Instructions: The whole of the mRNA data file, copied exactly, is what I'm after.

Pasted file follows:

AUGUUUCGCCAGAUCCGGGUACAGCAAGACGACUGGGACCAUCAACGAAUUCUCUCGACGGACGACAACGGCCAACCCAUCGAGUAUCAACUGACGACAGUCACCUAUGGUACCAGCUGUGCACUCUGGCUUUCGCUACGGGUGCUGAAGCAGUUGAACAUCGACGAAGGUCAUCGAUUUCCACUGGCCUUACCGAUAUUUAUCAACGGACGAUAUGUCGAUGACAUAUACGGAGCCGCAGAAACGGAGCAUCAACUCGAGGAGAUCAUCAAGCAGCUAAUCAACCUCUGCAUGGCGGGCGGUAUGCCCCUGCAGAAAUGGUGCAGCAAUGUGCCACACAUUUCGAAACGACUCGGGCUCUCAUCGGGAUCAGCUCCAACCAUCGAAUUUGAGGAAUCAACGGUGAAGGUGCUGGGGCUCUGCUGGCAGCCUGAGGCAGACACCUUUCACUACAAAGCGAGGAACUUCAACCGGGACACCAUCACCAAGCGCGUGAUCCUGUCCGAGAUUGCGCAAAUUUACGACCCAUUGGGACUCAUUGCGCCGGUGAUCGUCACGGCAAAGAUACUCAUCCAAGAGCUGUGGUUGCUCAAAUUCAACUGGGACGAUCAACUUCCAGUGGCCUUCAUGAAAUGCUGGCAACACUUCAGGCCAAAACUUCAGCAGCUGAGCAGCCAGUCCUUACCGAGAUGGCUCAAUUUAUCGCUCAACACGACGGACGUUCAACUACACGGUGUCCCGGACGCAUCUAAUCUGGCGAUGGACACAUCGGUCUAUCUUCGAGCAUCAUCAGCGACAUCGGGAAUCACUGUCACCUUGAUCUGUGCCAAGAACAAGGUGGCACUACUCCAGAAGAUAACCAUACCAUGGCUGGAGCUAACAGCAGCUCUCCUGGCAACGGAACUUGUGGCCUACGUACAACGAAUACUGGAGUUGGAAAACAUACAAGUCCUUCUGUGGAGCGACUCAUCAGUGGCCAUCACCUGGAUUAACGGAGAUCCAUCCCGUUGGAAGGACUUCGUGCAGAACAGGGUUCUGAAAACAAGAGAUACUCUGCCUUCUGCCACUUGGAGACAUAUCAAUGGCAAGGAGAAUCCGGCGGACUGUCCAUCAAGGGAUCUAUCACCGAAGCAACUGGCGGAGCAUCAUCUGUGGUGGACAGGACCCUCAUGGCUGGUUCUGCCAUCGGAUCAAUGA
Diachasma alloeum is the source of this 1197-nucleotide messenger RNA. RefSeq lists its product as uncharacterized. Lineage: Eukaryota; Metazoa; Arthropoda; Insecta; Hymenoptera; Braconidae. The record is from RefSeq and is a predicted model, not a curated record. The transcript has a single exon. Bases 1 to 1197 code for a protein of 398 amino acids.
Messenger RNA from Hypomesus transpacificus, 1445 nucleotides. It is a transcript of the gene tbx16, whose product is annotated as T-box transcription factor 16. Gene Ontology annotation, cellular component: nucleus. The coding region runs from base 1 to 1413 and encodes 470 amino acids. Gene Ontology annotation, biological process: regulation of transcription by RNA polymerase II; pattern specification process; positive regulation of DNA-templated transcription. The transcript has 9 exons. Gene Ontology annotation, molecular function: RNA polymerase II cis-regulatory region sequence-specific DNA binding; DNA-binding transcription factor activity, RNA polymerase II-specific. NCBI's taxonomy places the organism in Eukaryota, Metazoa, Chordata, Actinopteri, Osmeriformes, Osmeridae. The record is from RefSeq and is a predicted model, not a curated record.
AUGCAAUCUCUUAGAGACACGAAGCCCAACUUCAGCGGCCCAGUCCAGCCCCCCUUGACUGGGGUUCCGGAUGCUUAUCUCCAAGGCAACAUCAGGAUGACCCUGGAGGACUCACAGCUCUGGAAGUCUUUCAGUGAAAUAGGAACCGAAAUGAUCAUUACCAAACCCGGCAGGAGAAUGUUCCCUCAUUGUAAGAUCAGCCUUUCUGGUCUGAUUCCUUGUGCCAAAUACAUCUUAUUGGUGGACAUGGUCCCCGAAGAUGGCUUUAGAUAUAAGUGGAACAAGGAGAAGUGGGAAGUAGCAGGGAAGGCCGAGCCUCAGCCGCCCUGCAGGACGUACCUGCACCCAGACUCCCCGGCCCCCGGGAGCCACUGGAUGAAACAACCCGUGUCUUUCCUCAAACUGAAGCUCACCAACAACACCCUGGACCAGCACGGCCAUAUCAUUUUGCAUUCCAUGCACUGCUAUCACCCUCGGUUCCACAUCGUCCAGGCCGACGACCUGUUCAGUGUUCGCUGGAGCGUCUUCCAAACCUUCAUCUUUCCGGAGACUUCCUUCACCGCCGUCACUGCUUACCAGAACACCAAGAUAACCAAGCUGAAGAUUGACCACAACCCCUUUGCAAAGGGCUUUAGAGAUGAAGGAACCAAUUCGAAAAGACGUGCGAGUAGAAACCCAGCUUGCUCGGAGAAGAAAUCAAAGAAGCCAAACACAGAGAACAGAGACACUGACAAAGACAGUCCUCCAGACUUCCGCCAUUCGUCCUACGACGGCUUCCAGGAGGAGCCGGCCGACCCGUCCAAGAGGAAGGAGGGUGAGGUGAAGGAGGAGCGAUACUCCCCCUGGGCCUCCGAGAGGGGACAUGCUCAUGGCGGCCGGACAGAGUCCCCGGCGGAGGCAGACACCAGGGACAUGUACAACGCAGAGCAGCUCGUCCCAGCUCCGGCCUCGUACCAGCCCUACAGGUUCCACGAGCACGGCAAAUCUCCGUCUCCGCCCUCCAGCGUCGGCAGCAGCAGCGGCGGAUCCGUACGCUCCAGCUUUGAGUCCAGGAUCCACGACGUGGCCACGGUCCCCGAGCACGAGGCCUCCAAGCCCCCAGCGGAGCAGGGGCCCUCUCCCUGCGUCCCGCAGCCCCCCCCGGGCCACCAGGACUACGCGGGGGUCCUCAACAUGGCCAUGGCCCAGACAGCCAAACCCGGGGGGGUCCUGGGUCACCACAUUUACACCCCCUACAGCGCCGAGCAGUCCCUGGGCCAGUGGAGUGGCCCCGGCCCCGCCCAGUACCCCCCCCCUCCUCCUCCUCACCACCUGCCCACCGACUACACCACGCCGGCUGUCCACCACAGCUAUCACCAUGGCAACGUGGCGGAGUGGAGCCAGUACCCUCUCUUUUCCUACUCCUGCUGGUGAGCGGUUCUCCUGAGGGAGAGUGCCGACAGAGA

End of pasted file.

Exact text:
AUGUUUCGCCAGAUCCGGGUACAGCAAGACGACUGGGACCAUCAACGAAUUCUCUCGACGGACGACAACGGCCAACCCAUCGAGUAUCAACUGACGACAGUCACCUAUGGUACCAGCUGUGCACUCUGGCUUUCGCUACGGGUGCUGAAGCAGUUGAACAUCGACGAAGGUCAUCGAUUUCCACUGGCCUUACCGAUAUUUAUCAACGGACGAUAUGUCGAUGACAUAUACGGAGCCGCAGAAACGGAGCAUCAACUCGAGGAGAUCAUCAAGCAGCUAAUCAACCUCUGCAUGGCGGGCGGUAUGCCCCUGCAGAAAUGGUGCAGCAAUGUGCCACACAUUUCGAAACGACUCGGGCUCUCAUCGGGAUCAGCUCCAACCAUCGAAUUUGAGGAAUCAACGGUGAAGGUGCUGGGGCUCUGCUGGCAGCCUGAGGCAGACACCUUUCACUACAAAGCGAGGAACUUCAACCGGGACACCAUCACCAAGCGCGUGAUCCUGUCCGAGAUUGCGCAAAUUUACGACCCAUUGGGACUCAUUGCGCCGGUGAUCGUCACGGCAAAGAUACUCAUCCAAGAGCUGUGGUUGCUCAAAUUCAACUGGGACGAUCAACUUCCAGUGGCCUUCAUGAAAUGCUGGCAACACUUCAGGCCAAAACUUCAGCAGCUGAGCAGCCAGUCCUUACCGAGAUGGCUCAAUUUAUCGCUCAACACGACGGACGUUCAACUACACGGUGUCCCGGACGCAUCUAAUCUGGCGAUGGACACAUCGGUCUAUCUUCGAGCAUCAUCAGCGACAUCGGGAAUCACUGUCACCUUGAUCUGUGCCAAGAACAAGGUGGCACUACUCCAGAAGAUAACCAUACCAUGGCUGGAGCUAACAGCAGCUCUCCUGGCAACGGAACUUGUGGCCUACGUACAACGAAUACUGGAGUUGGAAAACAUACAAGUCCUUCUGUGGAGCGACUCAUCAGUGGCCAUCACCUGGAUUAACGGAGAUCCAUCCCGUUGGAAGGACUUCGUGCAGAACAGGGUUCUGAAAACAAGAGAUACUCUGCCUUCUGCCACUUGGAGACAUAUCAAUGGCAAGGAGAAUCCGGCGGACUGUCCAUCAAGGGAUCUAUCACCGAAGCAACUGGCGGAGCAUCAUCUGUGGUGGACAGGACCCUCAUGGCUGGUUCUGCCAUCGGAUCAAUGA
Diachasma alloeum is the source of this 1197-nucleotide messenger RNA. RefSeq lists its product as uncharacterized. Lineage: Eukaryota; Metazoa; Arthropoda; Insecta; Hymenoptera; Braconidae. The record is from RefSeq and is a predicted model, not a curated record. The transcript has a single exon. Bases 1 to 1197 code for a protein of 398 amino acids.
Messenger RNA from Hypomesus transpacificus, 1445 nucleotides. It is a transcript of the gene tbx16, whose product is annotated as T-box transcription factor 16. Gene Ontology annotation, cellular component: nucleus. The coding region runs from base 1 to 1413 and encodes 470 amino acids. Gene Ontology annotation, biological process: regulation of transcription by RNA polymerase II; pattern specification process; positive regulation of DNA-templated transcription. The transcript has 9 exons. Gene Ontology annotation, molecular function: RNA polymerase II cis-regulatory region sequence-specific DNA binding; DNA-binding transcription factor activity, RNA polymerase II-specific. NCBI's taxonomy places the organism in Eukaryota, Metazoa, Chordata, Actinopteri, Osmeriformes, Osmeridae. The record is from RefSeq and is a predicted model, not a curated record.
AUGCAAUCUCUUAGAGACACGAAGCCCAACUUCAGCGGCCCAGUCCAGCCCCCCUUGACUGGGGUUCCGGAUGCUUAUCUCCAAGGCAACAUCAGGAUGACCCUGGAGGACUCACAGCUCUGGAAGUCUUUCAGUGAAAUAGGAACCGAAAUGAUCAUUACCAAACCCGGCAGGAGAAUGUUCCCUCAUUGUAAGAUCAGCCUUUCUGGUCUGAUUCCUUGUGCCAAAUACAUCUUAUUGGUGGACAUGGUCCCCGAAGAUGGCUUUAGAUAUAAGUGGAACAAGGAGAAGUGGGAAGUAGCAGGGAAGGCCGAGCCUCAGCCGCCCUGCAGGACGUACCUGCACCCAGACUCCCCGGCCCCCGGGAGCCACUGGAUGAAACAACCCGUGUCUUUCCUCAAACUGAAGCUCACCAACAACACCCUGGACCAGCACGGCCAUAUCAUUUUGCAUUCCAUGCACUGCUAUCACCCUCGGUUCCACAUCGUCCAGGCCGACGACCUGUUCAGUGUUCGCUGGAGCGUCUUCCAAACCUUCAUCUUUCCGGAGACUUCCUUCACCGCCGUCACUGCUUACCAGAACACCAAGAUAACCAAGCUGAAGAUUGACCACAACCCCUUUGCAAAGGGCUUUAGAGAUGAAGGAACCAAUUCGAAAAGACGUGCGAGUAGAAACCCAGCUUGCUCGGAGAAGAAAUCAAAGAAGCCAAACACAGAGAACAGAGACACUGACAAAGACAGUCCUCCAGACUUCCGCCAUUCGUCCUACGACGGCUUCCAGGAGGAGCCGGCCGACCCGUCCAAGAGGAAGGAGGGUGAGGUGAAGGAGGAGCGAUACUCCCCCUGGGCCUCCGAGAGGGGACAUGCUCAUGGCGGCCGGACAGAGUCCCCGGCGGAGGCAGACACCAGGGACAUGUACAACGCAGAGCAGCUCGUCCCAGCUCCGGCCUCGUACCAGCCCUACAGGUUCCACGAGCACGGCAAAUCUCCGUCUCCGCCCUCCAGCGUCGGCAGCAGCAGCGGCGGAUCCGUACGCUCCAGCUUUGAGUCCAGGAUCCACGACGUGGCCACGGUCCCCGAGCACGAGGCCUCCAAGCCCCCAGCGGAGCAGGGGCCCUCUCCCUGCGUCCCGCAGCCCCCCCCGGGCCACCAGGACUACGCGGGGGUCCUCAACAUGGCCAUGGCCCAGACAGCCAAACCCGGGGGGGUCCUGGGUCACCACAUUUACACCCCCUACAGCGCCGAGCAGUCCCUGGGCCAGUGGAGUGGCCCCGGCCCCGCCCAGUACCCCCCCCCUCCUCCUCCUCACCACCUGCCCACCGACUACACCACGCCGGCUGUCCACCACAGCUAUCACCAUGGCAACGUGGCGGAGUGGAGCCAGUACCCUCUCUUUUCCUACUCCUGCUGGUGAGCGGUUCUCCUGAGGGAGAGUGCCGACAGAGA